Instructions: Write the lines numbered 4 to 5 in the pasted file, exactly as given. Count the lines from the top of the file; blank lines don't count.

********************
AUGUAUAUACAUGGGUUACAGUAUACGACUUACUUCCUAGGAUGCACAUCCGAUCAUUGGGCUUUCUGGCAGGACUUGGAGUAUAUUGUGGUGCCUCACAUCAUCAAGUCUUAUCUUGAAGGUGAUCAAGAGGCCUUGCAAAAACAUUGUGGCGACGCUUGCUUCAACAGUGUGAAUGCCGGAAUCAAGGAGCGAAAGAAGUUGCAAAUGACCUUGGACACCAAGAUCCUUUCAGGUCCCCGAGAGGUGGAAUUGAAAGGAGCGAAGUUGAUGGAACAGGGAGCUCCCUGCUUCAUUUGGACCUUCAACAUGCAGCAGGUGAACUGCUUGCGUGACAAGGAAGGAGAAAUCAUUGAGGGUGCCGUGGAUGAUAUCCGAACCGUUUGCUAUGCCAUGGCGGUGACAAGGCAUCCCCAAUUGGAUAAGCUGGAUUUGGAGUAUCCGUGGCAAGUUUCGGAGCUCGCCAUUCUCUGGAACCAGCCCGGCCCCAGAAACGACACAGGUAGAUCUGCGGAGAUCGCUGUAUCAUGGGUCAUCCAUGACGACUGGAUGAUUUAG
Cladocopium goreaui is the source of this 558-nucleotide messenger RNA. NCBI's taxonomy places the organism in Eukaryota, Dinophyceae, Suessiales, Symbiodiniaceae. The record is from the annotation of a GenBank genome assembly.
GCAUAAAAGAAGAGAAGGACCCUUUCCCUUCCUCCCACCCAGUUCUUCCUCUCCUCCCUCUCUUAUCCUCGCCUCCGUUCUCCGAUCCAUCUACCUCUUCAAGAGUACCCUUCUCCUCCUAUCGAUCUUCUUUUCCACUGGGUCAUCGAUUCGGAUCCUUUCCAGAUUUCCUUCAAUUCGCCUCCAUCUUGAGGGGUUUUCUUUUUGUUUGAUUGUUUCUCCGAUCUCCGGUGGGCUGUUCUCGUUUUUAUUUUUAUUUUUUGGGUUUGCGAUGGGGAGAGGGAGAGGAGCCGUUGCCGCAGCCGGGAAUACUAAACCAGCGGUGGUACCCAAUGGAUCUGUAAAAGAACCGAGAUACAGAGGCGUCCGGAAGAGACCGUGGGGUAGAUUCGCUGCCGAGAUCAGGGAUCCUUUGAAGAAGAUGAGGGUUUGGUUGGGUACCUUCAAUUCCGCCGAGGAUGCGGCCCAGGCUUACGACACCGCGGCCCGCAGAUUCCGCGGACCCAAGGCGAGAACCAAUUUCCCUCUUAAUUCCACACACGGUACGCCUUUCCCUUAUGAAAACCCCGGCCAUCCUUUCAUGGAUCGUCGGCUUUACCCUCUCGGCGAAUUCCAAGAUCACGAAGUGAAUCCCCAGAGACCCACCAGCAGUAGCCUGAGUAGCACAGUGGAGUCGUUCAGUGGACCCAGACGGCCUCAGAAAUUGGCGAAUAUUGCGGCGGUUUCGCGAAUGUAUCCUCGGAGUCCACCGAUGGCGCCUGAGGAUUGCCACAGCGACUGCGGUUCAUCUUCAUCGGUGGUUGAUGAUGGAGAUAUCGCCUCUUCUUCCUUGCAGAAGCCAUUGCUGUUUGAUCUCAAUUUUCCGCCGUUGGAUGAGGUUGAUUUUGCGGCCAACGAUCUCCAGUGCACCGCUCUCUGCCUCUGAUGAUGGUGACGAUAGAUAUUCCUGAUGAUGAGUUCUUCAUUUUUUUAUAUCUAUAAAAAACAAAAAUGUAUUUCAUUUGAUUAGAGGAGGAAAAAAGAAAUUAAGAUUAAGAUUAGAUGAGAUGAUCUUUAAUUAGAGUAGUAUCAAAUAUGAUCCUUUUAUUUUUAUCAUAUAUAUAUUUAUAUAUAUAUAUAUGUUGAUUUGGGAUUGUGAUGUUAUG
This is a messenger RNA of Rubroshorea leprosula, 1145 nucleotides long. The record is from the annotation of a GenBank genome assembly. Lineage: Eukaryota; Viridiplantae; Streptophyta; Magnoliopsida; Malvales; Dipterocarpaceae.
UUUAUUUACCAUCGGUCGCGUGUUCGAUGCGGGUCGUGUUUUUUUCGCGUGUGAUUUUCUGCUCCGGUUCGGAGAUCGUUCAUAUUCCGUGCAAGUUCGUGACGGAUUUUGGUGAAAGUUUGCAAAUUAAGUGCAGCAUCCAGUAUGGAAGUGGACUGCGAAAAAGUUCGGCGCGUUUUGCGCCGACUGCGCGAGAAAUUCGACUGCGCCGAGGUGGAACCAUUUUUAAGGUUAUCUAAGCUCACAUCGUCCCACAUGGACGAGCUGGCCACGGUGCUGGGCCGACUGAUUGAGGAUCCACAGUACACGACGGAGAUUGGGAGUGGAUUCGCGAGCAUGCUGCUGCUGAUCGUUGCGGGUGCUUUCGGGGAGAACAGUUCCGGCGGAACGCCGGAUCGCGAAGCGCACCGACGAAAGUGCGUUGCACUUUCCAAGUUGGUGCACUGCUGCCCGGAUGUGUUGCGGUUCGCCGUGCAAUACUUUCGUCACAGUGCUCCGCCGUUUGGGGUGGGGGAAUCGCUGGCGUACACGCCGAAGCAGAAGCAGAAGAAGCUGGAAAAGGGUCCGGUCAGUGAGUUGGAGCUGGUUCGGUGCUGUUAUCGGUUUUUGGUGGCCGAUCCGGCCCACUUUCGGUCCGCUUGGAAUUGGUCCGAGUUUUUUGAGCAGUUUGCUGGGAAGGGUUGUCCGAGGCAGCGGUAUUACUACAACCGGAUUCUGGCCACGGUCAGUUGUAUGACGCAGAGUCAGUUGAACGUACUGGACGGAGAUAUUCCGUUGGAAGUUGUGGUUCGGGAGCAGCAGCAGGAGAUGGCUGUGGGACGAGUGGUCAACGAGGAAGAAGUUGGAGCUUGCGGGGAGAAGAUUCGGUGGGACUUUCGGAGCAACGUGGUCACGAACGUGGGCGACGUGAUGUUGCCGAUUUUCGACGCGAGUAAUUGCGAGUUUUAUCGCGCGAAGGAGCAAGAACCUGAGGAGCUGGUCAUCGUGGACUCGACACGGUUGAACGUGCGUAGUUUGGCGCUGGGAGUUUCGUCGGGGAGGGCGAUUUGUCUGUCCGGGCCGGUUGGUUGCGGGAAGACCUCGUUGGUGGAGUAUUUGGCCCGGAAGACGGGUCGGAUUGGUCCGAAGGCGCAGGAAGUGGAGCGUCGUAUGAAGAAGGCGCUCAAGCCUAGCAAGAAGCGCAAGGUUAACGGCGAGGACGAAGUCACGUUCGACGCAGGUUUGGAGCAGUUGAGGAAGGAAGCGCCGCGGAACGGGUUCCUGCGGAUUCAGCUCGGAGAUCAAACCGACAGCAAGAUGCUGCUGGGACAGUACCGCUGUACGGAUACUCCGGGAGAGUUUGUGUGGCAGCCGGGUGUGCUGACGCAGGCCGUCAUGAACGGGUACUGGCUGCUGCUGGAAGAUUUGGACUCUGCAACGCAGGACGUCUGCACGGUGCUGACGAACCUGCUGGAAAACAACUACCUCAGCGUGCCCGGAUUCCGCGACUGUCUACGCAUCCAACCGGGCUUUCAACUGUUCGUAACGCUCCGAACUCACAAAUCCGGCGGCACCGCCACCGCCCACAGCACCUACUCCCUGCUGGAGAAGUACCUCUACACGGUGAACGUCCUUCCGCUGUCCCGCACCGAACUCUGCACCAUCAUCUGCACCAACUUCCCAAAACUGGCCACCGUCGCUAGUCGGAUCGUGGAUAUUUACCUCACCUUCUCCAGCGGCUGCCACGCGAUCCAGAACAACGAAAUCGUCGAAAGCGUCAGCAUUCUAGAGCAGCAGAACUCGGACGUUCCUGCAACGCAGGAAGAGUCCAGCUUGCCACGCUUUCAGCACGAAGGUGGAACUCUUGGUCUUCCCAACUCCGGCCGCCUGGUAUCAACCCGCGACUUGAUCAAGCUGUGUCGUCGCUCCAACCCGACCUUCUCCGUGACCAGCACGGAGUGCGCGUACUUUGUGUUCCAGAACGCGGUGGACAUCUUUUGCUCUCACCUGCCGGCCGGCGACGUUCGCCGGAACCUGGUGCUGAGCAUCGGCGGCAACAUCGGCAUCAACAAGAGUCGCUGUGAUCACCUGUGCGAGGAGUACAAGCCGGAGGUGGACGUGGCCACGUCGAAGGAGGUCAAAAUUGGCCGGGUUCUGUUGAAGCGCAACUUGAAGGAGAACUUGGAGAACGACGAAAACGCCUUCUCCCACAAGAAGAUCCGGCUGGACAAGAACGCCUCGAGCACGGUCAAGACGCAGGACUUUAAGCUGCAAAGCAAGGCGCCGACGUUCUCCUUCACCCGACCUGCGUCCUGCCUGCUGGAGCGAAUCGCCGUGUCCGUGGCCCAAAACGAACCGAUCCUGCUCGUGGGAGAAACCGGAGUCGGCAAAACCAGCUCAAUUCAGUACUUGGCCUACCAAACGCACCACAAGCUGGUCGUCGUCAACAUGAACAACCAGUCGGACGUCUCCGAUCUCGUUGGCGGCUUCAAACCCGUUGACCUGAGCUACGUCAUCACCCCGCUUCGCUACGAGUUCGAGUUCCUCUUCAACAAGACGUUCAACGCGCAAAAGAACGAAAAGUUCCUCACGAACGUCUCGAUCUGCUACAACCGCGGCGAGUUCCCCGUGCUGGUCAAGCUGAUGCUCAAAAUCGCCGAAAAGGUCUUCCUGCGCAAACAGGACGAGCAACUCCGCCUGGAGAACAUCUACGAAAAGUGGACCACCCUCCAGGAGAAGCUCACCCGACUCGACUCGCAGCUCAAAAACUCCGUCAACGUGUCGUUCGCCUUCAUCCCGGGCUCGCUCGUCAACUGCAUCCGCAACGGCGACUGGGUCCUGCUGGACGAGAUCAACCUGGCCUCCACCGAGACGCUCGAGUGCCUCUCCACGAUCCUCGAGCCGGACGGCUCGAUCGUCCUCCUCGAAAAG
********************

This is a messenger RNA of Rubroshorea leprosula, 1145 nucleotides long. The record is from the annotation of a GenBank genome assembly. Lineage: Eukaryota; Viridiplantae; Streptophyta; Magnoliopsida; Malvales; Dipterocarpaceae.
UUUAUUUACCAUCGGUCGCGUGUUCGAUGCGGGUCGUGUUUUUUUCGCGUGUGAUUUUCUGCUCCGGUUCGGAGAUCGUUCAUAUUCCGUGCAAGUUCGUGACGGAUUUUGGUGAAAGUUUGCAAAUUAAGUGCAGCAUCCAGUAUGGAAGUGGACUGCGAAAAAGUUCGGCGCGUUUUGCGCCGACUGCGCGAGAAAUUCGACUGCGCCGAGGUGGAACCAUUUUUAAGGUUAUCUAAGCUCACAUCGUCCCACAUGGACGAGCUGGCCACGGUGCUGGGCCGACUGAUUGAGGAUCCACAGUACACGACGGAGAUUGGGAGUGGAUUCGCGAGCAUGCUGCUGCUGAUCGUUGCGGGUGCUUUCGGGGAGAACAGUUCCGGCGGAACGCCGGAUCGCGAAGCGCACCGACGAAAGUGCGUUGCACUUUCCAAGUUGGUGCACUGCUGCCCGGAUGUGUUGCGGUUCGCCGUGCAAUACUUUCGUCACAGUGCUCCGCCGUUUGGGGUGGGGGAAUCGCUGGCGUACACGCCGAAGCAGAAGCAGAAGAAGCUGGAAAAGGGUCCGGUCAGUGAGUUGGAGCUGGUUCGGUGCUGUUAUCGGUUUUUGGUGGCCGAUCCGGCCCACUUUCGGUCCGCUUGGAAUUGGUCCGAGUUUUUUGAGCAGUUUGCUGGGAAGGGUUGUCCGAGGCAGCGGUAUUACUACAACCGGAUUCUGGCCACGGUCAGUUGUAUGACGCAGAGUCAGUUGAACGUACUGGACGGAGAUAUUCCGUUGGAAGUUGUGGUUCGGGAGCAGCAGCAGGAGAUGGCUGUGGGACGAGUGGUCAACGAGGAAGAAGUUGGAGCUUGCGGGGAGAAGAUUCGGUGGGACUUUCGGAGCAACGUGGUCACGAACGUGGGCGACGUGAUGUUGCCGAUUUUCGACGCGAGUAAUUGCGAGUUUUAUCGCGCGAAGGAGCAAGAACCUGAGGAGCUGGUCAUCGUGGACUCGACACGGUUGAACGUGCGUAGUUUGGCGCUGGGAGUUUCGUCGGGGAGGGCGAUUUGUCUGUCCGGGCCGGUUGGUUGCGGGAAGACCUCGUUGGUGGAGUAUUUGGCCCGGAAGACGGGUCGGAUUGGUCCGAAGGCGCAGGAAGUGGAGCGUCGUAUGAAGAAGGCGCUCAAGCCUAGCAAGAAGCGCAAGGUUAACGGCGAGGACGAAGUCACGUUCGACGCAGGUUUGGAGCAGUUGAGGAAGGAAGCGCCGCGGAACGGGUUCCUGCGGAUUCAGCUCGGAGAUCAAACCGACAGCAAGAUGCUGCUGGGACAGUACCGCUGUACGGAUACUCCGGGAGAGUUUGUGUGGCAGCCGGGUGUGCUGACGCAGGCCGUCAUGAACGGGUACUGGCUGCUGCUGGAAGAUUUGGACUCUGCAACGCAGGACGUCUGCACGGUGCUGACGAACCUGCUGGAAAACAACUACCUCAGCGUGCCCGGAUUCCGCGACUGUCUACGCAUCCAACCGGGCUUUCAACUGUUCGUAACGCUCCGAACUCACAAAUCCGGCGGCACCGCCACCGCCCACAGCACCUACUCCCUGCUGGAGAAGUACCUCUACACGGUGAACGUCCUUCCGCUGUCCCGCACCGAACUCUGCACCAUCAUCUGCACCAACUUCCCAAAACUGGCCACCGUCGCUAGUCGGAUCGUGGAUAUUUACCUCACCUUCUCCAGCGGCUGCCACGCGAUCCAGAACAACGAAAUCGUCGAAAGCGUCAGCAUUCUAGAGCAGCAGAACUCGGACGUUCCUGCAACGCAGGAAGAGUCCAGCUUGCCACGCUUUCAGCACGAAGGUGGAACUCUUGGUCUUCCCAACUCCGGCCGCCUGGUAUCAACCCGCGACUUGAUCAAGCUGUGUCGUCGCUCCAACCCGACCUUCUCCGUGACCAGCACGGAGUGCGCGUACUUUGUGUUCCAGAACGCGGUGGACAUCUUUUGCUCUCACCUGCCGGCCGGCGACGUUCGCCGGAACCUGGUGCUGAGCAUCGGCGGCAACAUCGGCAUCAACAAGAGUCGCUGUGAUCACCUGUGCGAGGAGUACAAGCCGGAGGUGGACGUGGCCACGUCGAAGGAGGUCAAAAUUGGCCGGGUUCUGUUGAAGCGCAACUUGAAGGAGAACUUGGAGAACGACGAAAACGCCUUCUCCCACAAGAAGAUCCGGCUGGACAAGAACGCCUCGAGCACGGUCAAGACGCAGGACUUUAAGCUGCAAAGCAAGGCGCCGACGUUCUCCUUCACCCGACCUGCGUCCUGCCUGCUGGAGCGAAUCGCCGUGUCCGUGGCCCAAAACGAACCGAUCCUGCUCGUGGGAGAAACCGGAGUCGGCAAAACCAGCUCAAUUCAGUACUUGGCCUACCAAACGCACCACAAGCUGGUCGUCGUCAACAUGAACAACCAGUCGGACGUCUCCGAUCUCGUUGGCGGCUUCAAACCCGUUGACCUGAGCUACGUCAUCACCCCGCUUCGCUACGAGUUCGAGUUCCUCUUCAACAAGACGUUCAACGCGCAAAAGAACGAAAAGUUCCUCACGAACGUCUCGAUCUGCUACAACCGCGGCGAGUUCCCCGUGCUGGUCAAGCUGAUGCUCAAAAUCGCCGAAAAGGUCUUCCUGCGCAAACAGGACGAGCAACUCCGCCUGGAGAACAUCUACGAAAAGUGGACCACCCUCCAGGAGAAGCUCACCCGACUCGACUCGCAGCUCAAAAACUCCGUCAACGUGUCGUUCGCCUUCAUCCCGGGCUCGCUCGUCAACUGCAUCCGCAACGGCGACUGGGUCCUGCUGGACGAGAUCAACCUGGCCUCCACCGAGACGCUCGAGUGCCUCUCCACGAUCCUCGAGCCGGACGGCUCGAUCGUCCUCCUCGAAAAG